From beloved historian Antonia Fraser comes the dramatic story of how Catholics in the United Kingdom won back their rights after two centuries of official discrimination. In the summer of 1780, mob violence swept through London. Nearly one thousand people were killed, looting was widespread, and torch-bearing protestors marched on the Prime Minister's residence at 10 Downing Street. These were the Gordon Riots: the worst civil disturbance in British history, triggered by an act of Parliament designed to loosen two centuries of systemic oppression of Catholics in the British Isles. While many London Catholics saw their homes ransacked and chapels desecrated, the riots marked a crucial turning point in their fight to return to public life. Over the next fifty years, factions battled one another to reform the laws of the land: wealthy English Catholics yearned to rejoin the political elite; the protestant aristocracy in Ireland feared an empowered Catholic populace; and the priesthood coveted old authority that royal decree had forbidden. Kings George III and George IV stubbornly refused to address the "Catholic Question" even when pressed by their prime ministers-governments fell over it-and events in America and Europe made many skeptical of disrupting the social order. But in 1829, through the dogged work of charismatic Irish lawyer Daniel O'Connell and with the support of the Duke of Wellington, the Roman Catholic Relief Act finally passed. It was a watershed moment, opening the door to future social reform and the radical transformation of the Victorian age. The King and the Catholics is a gripping, character-driven example of narrative history at its best. It is also a distant mirror of our own times, reflecting the dire consequences of state-sanctioned intolerance and showing how collective action and the political process can triumph over wrongheaded legislation.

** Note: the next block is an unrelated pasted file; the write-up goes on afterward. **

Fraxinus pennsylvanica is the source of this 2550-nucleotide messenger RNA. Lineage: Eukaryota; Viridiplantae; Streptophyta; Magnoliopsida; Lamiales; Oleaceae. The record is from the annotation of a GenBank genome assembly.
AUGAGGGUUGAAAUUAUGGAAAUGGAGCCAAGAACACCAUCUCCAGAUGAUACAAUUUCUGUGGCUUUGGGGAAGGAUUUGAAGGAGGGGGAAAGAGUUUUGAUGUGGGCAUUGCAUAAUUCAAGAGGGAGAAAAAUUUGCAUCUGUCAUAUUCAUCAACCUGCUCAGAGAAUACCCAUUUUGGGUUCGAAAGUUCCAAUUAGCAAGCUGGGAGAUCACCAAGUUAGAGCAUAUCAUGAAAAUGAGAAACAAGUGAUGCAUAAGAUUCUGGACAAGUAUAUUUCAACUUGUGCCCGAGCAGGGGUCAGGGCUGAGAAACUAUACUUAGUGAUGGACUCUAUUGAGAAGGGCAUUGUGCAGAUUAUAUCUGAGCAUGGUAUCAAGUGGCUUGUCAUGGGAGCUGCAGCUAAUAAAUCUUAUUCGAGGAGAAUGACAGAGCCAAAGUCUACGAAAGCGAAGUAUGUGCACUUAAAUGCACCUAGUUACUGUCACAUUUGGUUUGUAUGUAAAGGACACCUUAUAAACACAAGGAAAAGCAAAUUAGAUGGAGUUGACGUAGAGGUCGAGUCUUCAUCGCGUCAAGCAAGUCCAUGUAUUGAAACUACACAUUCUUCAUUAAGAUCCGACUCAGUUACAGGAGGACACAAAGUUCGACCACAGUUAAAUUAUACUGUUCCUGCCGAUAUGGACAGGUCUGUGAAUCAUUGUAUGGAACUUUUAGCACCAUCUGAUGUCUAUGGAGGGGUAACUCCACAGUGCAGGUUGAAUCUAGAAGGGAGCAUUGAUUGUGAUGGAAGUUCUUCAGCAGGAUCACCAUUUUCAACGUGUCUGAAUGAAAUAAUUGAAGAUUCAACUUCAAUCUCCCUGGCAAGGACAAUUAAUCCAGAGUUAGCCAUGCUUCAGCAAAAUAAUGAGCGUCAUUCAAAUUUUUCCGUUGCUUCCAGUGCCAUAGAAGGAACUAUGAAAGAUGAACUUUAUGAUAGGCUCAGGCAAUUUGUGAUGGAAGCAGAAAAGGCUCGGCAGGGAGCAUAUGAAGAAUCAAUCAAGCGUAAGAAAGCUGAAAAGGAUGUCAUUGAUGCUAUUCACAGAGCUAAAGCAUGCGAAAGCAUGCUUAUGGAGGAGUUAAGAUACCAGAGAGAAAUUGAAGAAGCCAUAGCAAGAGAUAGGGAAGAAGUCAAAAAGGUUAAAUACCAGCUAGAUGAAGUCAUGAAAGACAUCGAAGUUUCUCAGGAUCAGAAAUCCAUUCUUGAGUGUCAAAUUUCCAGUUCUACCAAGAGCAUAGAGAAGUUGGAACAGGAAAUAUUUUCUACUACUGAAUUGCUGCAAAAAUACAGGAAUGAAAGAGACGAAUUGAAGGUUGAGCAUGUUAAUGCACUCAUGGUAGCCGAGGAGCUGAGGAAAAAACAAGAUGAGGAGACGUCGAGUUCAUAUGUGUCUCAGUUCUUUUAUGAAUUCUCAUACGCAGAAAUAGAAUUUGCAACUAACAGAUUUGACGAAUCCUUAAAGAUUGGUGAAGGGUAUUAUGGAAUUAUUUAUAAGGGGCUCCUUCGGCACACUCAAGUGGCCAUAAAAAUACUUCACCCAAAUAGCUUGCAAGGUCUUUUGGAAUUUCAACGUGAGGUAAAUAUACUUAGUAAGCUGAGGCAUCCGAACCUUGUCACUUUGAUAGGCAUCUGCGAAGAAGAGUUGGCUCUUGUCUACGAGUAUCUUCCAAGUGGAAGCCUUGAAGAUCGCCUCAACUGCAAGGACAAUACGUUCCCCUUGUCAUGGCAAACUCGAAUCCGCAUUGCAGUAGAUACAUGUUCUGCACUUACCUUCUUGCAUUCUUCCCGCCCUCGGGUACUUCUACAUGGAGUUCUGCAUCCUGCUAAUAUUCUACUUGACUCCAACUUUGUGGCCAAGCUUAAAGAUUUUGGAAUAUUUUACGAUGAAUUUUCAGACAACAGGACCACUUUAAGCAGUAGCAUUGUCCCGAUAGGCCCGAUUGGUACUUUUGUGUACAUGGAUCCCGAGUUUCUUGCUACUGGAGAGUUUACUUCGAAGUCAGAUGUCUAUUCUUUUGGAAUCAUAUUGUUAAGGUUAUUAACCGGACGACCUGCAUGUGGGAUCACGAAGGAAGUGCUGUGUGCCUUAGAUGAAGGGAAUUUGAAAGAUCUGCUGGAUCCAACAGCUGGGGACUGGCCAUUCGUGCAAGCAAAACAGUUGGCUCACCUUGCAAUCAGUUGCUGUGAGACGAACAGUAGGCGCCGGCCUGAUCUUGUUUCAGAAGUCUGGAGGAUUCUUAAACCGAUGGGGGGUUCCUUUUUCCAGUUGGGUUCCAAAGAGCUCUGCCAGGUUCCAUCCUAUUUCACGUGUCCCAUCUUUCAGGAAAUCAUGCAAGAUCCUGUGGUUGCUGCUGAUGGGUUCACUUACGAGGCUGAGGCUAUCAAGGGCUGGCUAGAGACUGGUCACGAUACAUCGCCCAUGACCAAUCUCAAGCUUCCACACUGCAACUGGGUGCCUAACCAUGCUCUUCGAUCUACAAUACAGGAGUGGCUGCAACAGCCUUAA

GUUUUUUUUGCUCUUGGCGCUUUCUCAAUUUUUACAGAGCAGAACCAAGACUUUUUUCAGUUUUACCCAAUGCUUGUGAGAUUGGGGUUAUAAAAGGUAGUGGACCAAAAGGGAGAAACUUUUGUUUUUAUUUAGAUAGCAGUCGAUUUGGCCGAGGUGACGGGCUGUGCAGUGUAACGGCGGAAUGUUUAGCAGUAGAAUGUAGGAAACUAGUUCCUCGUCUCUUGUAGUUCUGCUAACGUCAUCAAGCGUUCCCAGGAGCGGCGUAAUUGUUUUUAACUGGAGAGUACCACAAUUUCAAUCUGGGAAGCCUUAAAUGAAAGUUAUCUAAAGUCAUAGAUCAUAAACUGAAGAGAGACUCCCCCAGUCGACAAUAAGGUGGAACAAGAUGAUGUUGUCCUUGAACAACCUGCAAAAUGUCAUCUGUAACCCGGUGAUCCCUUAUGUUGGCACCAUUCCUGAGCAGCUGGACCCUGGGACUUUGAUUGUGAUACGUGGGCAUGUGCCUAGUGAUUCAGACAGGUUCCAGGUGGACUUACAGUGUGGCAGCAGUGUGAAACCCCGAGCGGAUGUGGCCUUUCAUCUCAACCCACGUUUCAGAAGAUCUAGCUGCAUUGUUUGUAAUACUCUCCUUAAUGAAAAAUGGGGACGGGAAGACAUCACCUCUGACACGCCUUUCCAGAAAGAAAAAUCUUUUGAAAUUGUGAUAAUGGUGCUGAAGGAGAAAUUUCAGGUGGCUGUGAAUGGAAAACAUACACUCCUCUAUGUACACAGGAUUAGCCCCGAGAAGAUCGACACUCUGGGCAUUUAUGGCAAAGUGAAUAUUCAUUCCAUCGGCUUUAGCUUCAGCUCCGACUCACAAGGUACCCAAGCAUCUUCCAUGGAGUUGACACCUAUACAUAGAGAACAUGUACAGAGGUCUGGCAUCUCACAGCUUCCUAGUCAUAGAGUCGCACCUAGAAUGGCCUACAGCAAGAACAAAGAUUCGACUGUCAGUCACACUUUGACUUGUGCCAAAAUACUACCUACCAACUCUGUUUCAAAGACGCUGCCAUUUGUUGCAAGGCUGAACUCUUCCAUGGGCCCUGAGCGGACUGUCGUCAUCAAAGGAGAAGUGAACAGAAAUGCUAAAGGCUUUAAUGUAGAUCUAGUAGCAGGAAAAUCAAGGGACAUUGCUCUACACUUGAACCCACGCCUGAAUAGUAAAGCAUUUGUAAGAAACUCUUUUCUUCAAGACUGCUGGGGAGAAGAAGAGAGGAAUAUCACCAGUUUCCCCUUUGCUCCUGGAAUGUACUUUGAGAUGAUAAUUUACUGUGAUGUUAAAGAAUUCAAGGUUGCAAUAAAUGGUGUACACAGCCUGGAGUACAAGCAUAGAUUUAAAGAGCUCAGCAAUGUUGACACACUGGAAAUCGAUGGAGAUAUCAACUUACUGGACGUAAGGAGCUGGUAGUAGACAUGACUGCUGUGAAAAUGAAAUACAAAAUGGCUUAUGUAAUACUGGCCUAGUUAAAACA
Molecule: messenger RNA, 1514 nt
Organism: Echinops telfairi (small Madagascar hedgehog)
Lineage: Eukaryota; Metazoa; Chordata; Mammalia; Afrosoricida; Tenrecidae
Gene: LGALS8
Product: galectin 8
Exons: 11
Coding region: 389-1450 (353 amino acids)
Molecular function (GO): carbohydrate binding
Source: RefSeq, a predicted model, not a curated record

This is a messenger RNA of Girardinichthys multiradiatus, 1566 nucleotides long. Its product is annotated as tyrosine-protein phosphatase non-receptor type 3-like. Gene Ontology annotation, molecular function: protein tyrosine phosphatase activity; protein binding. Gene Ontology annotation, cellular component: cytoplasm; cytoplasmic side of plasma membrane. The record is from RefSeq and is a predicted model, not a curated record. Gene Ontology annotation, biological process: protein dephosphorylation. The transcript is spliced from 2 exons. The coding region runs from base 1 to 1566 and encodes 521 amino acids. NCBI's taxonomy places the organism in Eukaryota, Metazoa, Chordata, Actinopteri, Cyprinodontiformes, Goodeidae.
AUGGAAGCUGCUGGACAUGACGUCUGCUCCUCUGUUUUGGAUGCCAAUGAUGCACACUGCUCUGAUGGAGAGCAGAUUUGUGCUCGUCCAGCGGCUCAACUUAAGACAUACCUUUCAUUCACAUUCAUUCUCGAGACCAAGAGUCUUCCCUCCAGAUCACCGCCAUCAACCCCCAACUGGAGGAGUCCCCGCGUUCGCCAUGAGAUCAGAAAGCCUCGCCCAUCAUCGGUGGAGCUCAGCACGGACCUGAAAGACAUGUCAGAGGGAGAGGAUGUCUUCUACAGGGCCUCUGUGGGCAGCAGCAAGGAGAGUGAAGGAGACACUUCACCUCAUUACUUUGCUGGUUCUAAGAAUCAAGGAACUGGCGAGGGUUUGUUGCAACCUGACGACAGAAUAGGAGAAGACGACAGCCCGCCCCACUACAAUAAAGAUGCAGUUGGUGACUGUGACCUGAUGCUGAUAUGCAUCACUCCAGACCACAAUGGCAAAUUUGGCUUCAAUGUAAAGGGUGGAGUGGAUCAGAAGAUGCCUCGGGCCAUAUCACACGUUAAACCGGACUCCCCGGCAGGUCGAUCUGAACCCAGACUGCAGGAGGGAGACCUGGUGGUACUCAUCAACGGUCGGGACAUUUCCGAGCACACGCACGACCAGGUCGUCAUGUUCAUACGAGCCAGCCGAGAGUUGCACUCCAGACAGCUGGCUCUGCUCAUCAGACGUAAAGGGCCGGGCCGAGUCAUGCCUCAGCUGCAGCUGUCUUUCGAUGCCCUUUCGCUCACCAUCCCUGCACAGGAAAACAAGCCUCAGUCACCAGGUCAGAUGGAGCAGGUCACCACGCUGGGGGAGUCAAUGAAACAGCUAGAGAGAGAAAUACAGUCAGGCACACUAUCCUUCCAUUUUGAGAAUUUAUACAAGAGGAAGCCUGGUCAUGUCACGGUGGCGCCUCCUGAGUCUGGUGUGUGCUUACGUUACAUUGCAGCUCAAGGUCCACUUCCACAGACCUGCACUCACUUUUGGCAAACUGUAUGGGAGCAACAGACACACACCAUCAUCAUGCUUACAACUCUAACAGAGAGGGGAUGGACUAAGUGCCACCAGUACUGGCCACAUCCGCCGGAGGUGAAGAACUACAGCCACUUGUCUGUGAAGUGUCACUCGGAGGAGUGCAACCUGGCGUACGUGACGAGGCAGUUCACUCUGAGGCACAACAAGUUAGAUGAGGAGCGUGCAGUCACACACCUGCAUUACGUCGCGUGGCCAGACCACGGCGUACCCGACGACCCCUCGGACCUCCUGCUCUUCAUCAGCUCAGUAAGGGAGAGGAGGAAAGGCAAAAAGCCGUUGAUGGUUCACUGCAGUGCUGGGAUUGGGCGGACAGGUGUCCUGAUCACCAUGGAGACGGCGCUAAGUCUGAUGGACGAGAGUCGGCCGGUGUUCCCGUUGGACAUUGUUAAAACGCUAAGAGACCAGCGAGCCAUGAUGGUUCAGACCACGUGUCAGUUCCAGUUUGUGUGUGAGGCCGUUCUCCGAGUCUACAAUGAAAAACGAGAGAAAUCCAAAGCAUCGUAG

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by Carolly Erickson
by Anthony Loyd
by Simon Winchester
by Tony Spawforth
by Antonia Fraser
by Pat Barker
"There's something uniquely soothing and enlightening about listening to this excellent history of the long struggle for Catholic emancipation in Britain and Ireland under the reign of King George III and his successors. The issues are safely remote, rooted in ancient prejudices and interparty rivalries that are centuries removed from our own. Steven Crossley is a highly polished narrator, worthy of a position in any of the courts whose head buttings he so elegantly surveys. You may sometimes lose your bearings in this long progression of ministers, mistresses, and legislative maneuvers, but the very remoteness of Regency ecclesiastical politics is what makes this polished narrative so very engaging. D.A.W. © AudioFile 2018, Portland, Maine"
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